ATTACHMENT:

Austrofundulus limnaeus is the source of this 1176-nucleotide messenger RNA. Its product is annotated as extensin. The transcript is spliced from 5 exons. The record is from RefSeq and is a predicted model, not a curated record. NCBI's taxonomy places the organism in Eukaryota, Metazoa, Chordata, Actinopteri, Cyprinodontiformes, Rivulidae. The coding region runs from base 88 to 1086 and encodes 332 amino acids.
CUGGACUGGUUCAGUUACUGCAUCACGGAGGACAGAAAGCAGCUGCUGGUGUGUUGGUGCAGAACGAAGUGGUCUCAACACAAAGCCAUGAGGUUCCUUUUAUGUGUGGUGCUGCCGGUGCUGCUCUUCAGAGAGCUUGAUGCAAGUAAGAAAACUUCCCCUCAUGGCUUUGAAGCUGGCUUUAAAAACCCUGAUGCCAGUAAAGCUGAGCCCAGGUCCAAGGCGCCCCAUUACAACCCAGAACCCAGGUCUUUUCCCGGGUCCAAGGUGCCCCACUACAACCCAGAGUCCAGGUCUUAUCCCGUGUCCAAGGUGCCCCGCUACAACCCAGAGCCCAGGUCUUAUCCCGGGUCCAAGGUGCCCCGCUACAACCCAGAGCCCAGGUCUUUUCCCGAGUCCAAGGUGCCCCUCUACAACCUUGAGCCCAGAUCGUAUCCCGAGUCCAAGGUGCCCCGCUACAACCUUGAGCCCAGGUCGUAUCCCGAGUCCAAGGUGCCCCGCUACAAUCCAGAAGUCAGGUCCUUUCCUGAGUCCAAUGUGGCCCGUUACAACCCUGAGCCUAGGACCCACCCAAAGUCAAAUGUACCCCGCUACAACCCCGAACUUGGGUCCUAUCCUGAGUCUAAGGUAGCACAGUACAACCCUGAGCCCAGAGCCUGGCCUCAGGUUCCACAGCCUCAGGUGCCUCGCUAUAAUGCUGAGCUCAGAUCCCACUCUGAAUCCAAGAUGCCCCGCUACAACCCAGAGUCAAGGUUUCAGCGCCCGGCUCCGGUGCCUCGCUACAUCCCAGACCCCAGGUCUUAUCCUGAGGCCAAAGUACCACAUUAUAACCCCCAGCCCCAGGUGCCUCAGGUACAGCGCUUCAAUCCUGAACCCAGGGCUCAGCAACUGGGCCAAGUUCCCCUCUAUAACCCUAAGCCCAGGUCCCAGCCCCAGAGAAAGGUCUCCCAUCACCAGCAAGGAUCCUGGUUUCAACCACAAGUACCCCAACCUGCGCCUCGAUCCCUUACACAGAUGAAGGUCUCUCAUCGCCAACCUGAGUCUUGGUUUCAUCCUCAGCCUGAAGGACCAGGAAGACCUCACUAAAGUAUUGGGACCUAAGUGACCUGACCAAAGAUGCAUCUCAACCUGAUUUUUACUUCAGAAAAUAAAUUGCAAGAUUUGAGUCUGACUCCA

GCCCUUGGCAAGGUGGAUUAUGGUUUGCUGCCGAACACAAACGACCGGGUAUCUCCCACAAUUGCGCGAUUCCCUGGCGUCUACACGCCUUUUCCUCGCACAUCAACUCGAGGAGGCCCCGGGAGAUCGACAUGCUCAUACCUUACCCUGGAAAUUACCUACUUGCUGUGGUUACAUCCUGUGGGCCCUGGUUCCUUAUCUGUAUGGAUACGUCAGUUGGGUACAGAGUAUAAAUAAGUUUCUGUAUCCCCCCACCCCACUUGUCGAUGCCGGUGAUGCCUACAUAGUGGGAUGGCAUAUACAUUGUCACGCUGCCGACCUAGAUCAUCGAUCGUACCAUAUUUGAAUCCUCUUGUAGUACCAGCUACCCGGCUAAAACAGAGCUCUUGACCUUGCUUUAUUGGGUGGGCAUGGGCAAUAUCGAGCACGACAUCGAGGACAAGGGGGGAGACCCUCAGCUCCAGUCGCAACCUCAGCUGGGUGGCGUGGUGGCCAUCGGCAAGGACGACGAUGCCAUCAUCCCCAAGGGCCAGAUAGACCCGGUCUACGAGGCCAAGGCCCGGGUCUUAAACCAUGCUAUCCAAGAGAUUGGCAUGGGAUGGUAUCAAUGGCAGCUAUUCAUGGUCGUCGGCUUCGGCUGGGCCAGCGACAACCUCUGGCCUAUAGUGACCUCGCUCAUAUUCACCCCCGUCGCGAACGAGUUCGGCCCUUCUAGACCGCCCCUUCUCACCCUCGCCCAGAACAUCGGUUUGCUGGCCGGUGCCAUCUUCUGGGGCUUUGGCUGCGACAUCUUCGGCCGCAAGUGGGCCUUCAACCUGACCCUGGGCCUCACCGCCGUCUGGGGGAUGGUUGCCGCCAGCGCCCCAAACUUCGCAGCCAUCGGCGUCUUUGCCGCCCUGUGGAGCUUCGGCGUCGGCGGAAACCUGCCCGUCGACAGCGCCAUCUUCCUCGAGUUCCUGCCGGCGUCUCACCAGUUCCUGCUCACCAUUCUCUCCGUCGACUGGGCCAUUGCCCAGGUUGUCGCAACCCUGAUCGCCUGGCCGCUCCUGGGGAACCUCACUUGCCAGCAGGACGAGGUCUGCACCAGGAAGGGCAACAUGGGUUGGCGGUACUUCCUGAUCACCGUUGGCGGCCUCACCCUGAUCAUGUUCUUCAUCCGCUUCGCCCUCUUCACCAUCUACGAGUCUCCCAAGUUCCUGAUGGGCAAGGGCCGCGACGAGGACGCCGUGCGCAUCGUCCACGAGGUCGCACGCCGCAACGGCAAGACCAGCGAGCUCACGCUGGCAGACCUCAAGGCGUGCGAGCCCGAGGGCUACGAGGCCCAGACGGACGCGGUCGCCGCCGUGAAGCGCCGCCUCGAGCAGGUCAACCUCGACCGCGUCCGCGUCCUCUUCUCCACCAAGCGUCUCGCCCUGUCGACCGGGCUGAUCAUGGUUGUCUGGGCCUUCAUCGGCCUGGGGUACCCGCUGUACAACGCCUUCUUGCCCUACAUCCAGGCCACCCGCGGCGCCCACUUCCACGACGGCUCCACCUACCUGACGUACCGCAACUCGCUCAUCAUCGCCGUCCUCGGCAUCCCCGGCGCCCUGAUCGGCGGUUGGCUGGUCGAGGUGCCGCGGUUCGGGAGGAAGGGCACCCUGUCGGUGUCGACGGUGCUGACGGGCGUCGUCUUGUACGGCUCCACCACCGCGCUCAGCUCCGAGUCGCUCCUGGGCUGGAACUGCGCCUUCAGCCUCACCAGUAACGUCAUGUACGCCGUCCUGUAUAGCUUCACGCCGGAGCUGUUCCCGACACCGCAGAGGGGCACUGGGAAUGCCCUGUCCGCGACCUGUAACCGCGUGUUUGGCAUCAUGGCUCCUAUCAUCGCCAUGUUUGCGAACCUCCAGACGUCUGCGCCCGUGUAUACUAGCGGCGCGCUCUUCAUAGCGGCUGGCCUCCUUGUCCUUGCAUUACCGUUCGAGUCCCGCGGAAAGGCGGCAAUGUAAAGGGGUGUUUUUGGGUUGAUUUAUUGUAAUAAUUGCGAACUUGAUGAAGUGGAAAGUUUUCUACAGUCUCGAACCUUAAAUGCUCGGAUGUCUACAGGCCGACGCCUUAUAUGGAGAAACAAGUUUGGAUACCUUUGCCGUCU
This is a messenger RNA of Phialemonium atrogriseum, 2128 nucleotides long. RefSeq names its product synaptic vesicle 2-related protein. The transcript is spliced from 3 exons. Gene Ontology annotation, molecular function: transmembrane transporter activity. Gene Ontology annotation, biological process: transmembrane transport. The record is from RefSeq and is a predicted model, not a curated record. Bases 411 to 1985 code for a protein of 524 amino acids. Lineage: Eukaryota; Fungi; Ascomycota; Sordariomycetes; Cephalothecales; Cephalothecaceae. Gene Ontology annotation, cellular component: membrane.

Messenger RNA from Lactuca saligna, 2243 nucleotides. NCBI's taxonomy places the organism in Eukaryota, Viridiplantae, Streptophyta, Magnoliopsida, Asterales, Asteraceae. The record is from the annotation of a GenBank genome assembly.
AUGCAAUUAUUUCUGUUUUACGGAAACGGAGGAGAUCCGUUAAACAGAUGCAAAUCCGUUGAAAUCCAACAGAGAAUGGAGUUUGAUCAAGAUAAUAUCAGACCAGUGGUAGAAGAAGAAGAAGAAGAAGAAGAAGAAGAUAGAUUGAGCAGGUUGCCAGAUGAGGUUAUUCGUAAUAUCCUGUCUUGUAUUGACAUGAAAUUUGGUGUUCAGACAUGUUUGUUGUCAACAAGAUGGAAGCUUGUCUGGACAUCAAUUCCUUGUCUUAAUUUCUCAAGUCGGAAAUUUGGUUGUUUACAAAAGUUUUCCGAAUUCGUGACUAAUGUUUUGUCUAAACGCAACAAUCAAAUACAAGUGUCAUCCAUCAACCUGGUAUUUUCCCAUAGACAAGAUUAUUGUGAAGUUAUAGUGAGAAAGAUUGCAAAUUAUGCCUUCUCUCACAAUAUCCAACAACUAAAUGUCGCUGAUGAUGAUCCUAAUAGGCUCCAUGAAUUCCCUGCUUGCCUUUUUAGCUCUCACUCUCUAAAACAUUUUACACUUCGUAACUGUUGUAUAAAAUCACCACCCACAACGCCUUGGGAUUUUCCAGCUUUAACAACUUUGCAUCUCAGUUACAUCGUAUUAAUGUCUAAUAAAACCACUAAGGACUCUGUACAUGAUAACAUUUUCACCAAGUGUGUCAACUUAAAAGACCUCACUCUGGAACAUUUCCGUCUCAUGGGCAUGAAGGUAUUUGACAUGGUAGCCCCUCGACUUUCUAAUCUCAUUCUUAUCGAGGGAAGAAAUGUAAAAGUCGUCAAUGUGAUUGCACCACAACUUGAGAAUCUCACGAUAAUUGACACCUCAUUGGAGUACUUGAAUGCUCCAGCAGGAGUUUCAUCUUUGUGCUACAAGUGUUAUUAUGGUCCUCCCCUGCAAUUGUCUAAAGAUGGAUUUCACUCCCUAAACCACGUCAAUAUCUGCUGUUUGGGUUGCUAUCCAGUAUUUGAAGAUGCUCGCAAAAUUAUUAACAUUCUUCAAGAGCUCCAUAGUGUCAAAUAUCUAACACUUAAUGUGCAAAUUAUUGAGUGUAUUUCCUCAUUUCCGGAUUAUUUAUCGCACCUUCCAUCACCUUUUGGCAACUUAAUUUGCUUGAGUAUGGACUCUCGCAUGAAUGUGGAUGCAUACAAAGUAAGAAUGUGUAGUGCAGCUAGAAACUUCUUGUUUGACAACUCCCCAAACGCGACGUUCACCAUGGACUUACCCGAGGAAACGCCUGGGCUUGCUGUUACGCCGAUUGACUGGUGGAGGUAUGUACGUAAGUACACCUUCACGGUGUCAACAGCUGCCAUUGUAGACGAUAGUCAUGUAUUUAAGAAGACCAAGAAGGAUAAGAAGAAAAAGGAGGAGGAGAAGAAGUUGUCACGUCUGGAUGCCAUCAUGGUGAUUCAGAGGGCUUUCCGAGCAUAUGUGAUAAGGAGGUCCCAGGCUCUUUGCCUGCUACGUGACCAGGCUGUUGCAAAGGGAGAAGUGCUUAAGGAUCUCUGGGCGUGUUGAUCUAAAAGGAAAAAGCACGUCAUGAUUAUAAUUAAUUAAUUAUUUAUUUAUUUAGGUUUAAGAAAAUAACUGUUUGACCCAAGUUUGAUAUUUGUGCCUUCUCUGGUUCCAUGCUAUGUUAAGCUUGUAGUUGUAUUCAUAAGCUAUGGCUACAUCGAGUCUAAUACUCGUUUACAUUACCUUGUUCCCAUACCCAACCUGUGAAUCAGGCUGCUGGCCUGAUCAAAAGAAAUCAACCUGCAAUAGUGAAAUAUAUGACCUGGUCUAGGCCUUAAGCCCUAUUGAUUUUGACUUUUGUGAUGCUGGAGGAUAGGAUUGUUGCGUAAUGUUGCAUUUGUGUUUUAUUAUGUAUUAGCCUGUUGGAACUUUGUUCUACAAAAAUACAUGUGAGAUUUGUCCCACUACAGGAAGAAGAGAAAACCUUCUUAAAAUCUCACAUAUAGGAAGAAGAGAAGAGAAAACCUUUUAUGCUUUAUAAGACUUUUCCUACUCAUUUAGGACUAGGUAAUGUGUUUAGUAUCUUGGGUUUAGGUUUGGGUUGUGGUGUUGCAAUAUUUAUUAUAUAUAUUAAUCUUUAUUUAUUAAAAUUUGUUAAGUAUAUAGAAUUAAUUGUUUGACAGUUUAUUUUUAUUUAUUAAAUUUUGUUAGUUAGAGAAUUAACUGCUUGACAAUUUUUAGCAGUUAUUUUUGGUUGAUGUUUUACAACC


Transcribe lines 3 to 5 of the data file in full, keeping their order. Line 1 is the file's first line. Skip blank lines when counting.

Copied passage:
GCCCUUGGCAAGGUGGAUUAUGGUUUGCUGCCGAACACAAACGACCGGGUAUCUCCCACAAUUGCGCGAUUCCCUGGCGUCUACACGCCUUUUCCUCGCACAUCAACUCGAGGAGGCCCCGGGAGAUCGACAUGCUCAUACCUUACCCUGGAAAUUACCUACUUGCUGUGGUUACAUCCUGUGGGCCCUGGUUCCUUAUCUGUAUGGAUACGUCAGUUGGGUACAGAGUAUAAAUAAGUUUCUGUAUCCCCCCACCCCACUUGUCGAUGCCGGUGAUGCCUACAUAGUGGGAUGGCAUAUACAUUGUCACGCUGCCGACCUAGAUCAUCGAUCGUACCAUAUUUGAAUCCUCUUGUAGUACCAGCUACCCGGCUAAAACAGAGCUCUUGACCUUGCUUUAUUGGGUGGGCAUGGGCAAUAUCGAGCACGACAUCGAGGACAAGGGGGGAGACCCUCAGCUCCAGUCGCAACCUCAGCUGGGUGGCGUGGUGGCCAUCGGCAAGGACGACGAUGCCAUCAUCCCCAAGGGCCAGAUAGACCCGGUCUACGAGGCCAAGGCCCGGGUCUUAAACCAUGCUAUCCAAGAGAUUGGCAUGGGAUGGUAUCAAUGGCAGCUAUUCAUGGUCGUCGGCUUCGGCUGGGCCAGCGACAACCUCUGGCCUAUAGUGACCUCGCUCAUAUUCACCCCCGUCGCGAACGAGUUCGGCCCUUCUAGACCGCCCCUUCUCACCCUCGCCCAGAACAUCGGUUUGCUGGCCGGUGCCAUCUUCUGGGGCUUUGGCUGCGACAUCUUCGGCCGCAAGUGGGCCUUCAACCUGACCCUGGGCCUCACCGCCGUCUGGGGGAUGGUUGCCGCCAGCGCCCCAAACUUCGCAGCCAUCGGCGUCUUUGCCGCCCUGUGGAGCUUCGGCGUCGGCGGAAACCUGCCCGUCGACAGCGCCAUCUUCCUCGAGUUCCUGCCGGCGUCUCACCAGUUCCUGCUCACCAUUCUCUCCGUCGACUGGGCCAUUGCCCAGGUUGUCGCAACCCUGAUCGCCUGGCCGCUCCUGGGGAACCUCACUUGCCAGCAGGACGAGGUCUGCACCAGGAAGGGCAACAUGGGUUGGCGGUACUUCCUGAUCACCGUUGGCGGCCUCACCCUGAUCAUGUUCUUCAUCCGCUUCGCCCUCUUCACCAUCUACGAGUCUCCCAAGUUCCUGAUGGGCAAGGGCCGCGACGAGGACGCCGUGCGCAUCGUCCACGAGGUCGCACGCCGCAACGGCAAGACCAGCGAGCUCACGCUGGCAGACCUCAAGGCGUGCGAGCCCGAGGGCUACGAGGCCCAGACGGACGCGGUCGCCGCCGUGAAGCGCCGCCUCGAGCAGGUCAACCUCGACCGCGUCCGCGUCCUCUUCUCCACCAAGCGUCUCGCCCUGUCGACCGGGCUGAUCAUGGUUGUCUGGGCCUUCAUCGGCCUGGGGUACCCGCUGUACAACGCCUUCUUGCCCUACAUCCAGGCCACCCGCGGCGCCCACUUCCACGACGGCUCCACCUACCUGACGUACCGCAACUCGCUCAUCAUCGCCGUCCUCGGCAUCCCCGGCGCCCUGAUCGGCGGUUGGCUGGUCGAGGUGCCGCGGUUCGGGAGGAAGGGCACCCUGUCGGUGUCGACGGUGCUGACGGGCGUCGUCUUGUACGGCUCCACCACCGCGCUCAGCUCCGAGUCGCUCCUGGGCUGGAACUGCGCCUUCAGCCUCACCAGUAACGUCAUGUACGCCGUCCUGUAUAGCUUCACGCCGGAGCUGUUCCCGACACCGCAGAGGGGCACUGGGAAUGCCCUGUCCGCGACCUGUAACCGCGUGUUUGGCAUCAUGGCUCCUAUCAUCGCCAUGUUUGCGAACCUCCAGACGUCUGCGCCCGUGUAUACUAGCGGCGCGCUCUUCAUAGCGGCUGGCCUCCUUGUCCUUGCAUUACCGUUCGAGUCCCGCGGAAAGGCGGCAAUGUAAAGGGGUGUUUUUGGGUUGAUUUAUUGUAAUAAUUGCGAACUUGAUGAAGUGGAAAGUUUUCUACAGUCUCGAACCUUAAAUGCUCGGAUGUCUACAGGCCGACGCCUUAUAUGGAGAAACAAGUUUGGAUACCUUUGCCGUCU
This is a messenger RNA of Phialemonium atrogriseum, 2128 nucleotides long. RefSeq names its product synaptic vesicle 2-related protein. The transcript is spliced from 3 exons. Gene Ontology annotation, molecular function: transmembrane transporter activity. Gene Ontology annotation, biological process: transmembrane transport. The record is from RefSeq and is a predicted model, not a curated record. Bases 411 to 1985 code for a protein of 524 amino acids. Lineage: Eukaryota; Fungi; Ascomycota; Sordariomycetes; Cephalothecales; Cephalothecaceae. Gene Ontology annotation, cellular component: membrane.

Messenger RNA from Lactuca saligna, 2243 nucleotides. NCBI's taxonomy places the organism in Eukaryota, Viridiplantae, Streptophyta, Magnoliopsida, Asterales, Asteraceae. The record is from the annotation of a GenBank genome assembly.